A trial of contactless donations has led to an "overwhelmingly positive" response from the public and some charities have continued to use the boxes.
More than £20,000 was raised through contactless donations during a four-month trial in partnership with 11 national charities last year.
Barclaycard issued 100 lightweight donation boxes to charities including NSPCC, Oxfam and the Royal British Legion to use between September and December. Some charities have continued to use the boxes.
The boxes also accepted chip and pin donations so that charities could accept donations above the £30 contactless limit.
According to a survey of 2,000 carried out by YouGov 15 per cent of people have walked past a donation box because they are unable to give by card. Barclaycard says this means that charities are “missing out on more than £80m”.
Barclaycard provided the technology that allows charities to accept payments through the donation boxes.
Paulette Rowe, managing director of Barclaycard Payment Solutions, said: “We are proud to use our payments expertise once again to open up more opportunities for fundraising, and are excited to work with the charities to help them adapt the technology to best suit their needs.”
Payworks developed the contactless donation box app, and integrated payment functionality into the card reader. The card reader was provided by Miura and the box design was created by Sprout.
The Charities Aid Foundation (CAF) consulted on the trial. Chris Allwood, head of product development at CAF, said: “People in the UK donate around £10 billion to charity every year. However, a rapidly growing number of them can no longer make donations on the street when they feel inspired to do so because they have stopped carrying cash. This makes it vital that charities are able to accept payment by debit and credit card.”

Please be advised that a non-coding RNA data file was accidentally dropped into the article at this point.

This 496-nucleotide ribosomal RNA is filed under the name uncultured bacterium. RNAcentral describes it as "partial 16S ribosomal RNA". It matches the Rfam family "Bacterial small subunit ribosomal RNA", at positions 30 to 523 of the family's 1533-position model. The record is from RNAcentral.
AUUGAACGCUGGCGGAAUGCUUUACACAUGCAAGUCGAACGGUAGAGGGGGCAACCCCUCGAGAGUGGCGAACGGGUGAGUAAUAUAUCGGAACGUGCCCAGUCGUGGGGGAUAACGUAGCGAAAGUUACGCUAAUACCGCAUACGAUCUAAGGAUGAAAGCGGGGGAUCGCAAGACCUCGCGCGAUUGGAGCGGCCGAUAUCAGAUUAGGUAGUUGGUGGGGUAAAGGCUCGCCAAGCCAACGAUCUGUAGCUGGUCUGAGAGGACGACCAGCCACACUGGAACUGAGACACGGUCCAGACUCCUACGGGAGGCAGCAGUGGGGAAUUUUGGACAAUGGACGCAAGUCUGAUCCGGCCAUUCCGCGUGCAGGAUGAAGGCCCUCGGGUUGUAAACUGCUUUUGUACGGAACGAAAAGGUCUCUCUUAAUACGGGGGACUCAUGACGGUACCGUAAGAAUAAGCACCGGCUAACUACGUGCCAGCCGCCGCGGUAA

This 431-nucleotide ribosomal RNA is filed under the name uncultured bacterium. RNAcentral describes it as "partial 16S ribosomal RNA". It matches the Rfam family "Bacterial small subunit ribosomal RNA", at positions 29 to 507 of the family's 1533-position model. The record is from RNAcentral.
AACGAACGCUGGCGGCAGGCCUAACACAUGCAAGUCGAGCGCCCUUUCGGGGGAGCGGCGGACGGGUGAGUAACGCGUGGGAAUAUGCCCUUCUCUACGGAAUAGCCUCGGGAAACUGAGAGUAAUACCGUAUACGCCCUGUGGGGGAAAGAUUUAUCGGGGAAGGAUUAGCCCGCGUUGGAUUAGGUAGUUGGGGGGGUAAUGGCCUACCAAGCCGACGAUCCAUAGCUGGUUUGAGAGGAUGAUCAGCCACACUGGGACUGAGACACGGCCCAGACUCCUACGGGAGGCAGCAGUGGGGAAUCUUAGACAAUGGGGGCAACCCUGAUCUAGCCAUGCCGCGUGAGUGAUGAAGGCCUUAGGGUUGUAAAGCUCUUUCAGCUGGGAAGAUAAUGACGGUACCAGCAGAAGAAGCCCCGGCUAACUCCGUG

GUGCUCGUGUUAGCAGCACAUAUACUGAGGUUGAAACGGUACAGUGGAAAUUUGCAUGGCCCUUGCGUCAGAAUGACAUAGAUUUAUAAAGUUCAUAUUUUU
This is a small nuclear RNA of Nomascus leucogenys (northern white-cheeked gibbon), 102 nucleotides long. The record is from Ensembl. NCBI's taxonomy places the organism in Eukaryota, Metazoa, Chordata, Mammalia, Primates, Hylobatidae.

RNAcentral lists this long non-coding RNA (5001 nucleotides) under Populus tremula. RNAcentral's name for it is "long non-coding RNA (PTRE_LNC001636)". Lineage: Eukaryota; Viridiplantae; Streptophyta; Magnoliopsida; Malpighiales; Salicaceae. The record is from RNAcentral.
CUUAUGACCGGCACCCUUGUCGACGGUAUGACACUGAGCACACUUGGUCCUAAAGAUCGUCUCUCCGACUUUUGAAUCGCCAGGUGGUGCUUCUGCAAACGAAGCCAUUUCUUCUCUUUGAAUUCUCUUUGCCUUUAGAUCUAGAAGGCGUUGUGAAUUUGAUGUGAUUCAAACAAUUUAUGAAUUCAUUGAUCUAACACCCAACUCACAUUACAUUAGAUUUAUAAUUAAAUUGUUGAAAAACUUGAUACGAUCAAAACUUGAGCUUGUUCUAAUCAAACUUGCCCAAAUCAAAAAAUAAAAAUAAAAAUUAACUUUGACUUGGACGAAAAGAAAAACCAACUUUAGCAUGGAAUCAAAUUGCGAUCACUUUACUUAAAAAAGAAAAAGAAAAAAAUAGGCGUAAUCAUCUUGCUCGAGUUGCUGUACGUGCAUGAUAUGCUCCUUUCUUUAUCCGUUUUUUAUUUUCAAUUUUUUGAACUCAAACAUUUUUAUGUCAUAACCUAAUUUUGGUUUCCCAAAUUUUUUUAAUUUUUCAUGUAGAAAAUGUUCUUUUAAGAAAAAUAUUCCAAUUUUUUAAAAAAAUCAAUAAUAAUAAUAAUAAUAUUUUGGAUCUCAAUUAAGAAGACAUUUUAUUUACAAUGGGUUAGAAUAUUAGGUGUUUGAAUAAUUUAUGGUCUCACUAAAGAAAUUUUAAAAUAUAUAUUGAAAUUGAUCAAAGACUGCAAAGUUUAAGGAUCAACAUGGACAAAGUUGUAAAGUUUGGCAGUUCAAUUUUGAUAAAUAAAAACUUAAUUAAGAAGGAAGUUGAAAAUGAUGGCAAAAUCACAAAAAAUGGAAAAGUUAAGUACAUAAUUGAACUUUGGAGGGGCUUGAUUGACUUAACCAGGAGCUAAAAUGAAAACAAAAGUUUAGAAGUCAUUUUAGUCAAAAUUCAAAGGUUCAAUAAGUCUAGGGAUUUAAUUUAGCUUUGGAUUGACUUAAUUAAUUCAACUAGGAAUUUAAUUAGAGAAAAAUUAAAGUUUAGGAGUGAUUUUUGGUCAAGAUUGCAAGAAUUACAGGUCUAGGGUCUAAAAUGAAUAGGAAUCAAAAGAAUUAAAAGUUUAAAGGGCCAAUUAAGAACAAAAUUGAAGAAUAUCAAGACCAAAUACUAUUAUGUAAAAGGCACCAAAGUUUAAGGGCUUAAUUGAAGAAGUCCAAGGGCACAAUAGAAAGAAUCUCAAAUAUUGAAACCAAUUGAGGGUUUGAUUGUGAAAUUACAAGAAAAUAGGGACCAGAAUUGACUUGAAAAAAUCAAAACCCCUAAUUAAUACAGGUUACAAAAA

Success for NSPCC
NSPCC used 10 boxes 40 times at events and for volunteer fundraisers collectors raising money in public spaces.
At an event at the Houses of Parliament the charity took a £1,000 donation using the device.
The charity preset the donations at £2, but donors were able to change it and the average donation was £3.07, not including the £1,000 donation, which the charity said is higher than the amount it gets from spare change.
Megan Johnston, senior fundraiser at NSPCC, said: “The feedback we received from the public was overwhelmingly positive. Previously, many people have said they would like to donate even though they no longer carry cash, so it was great to offer a cashless giving alternative through our hard working volunteers who are committed to our fight for every childhood.”
NSPCC has continued to use the boxes.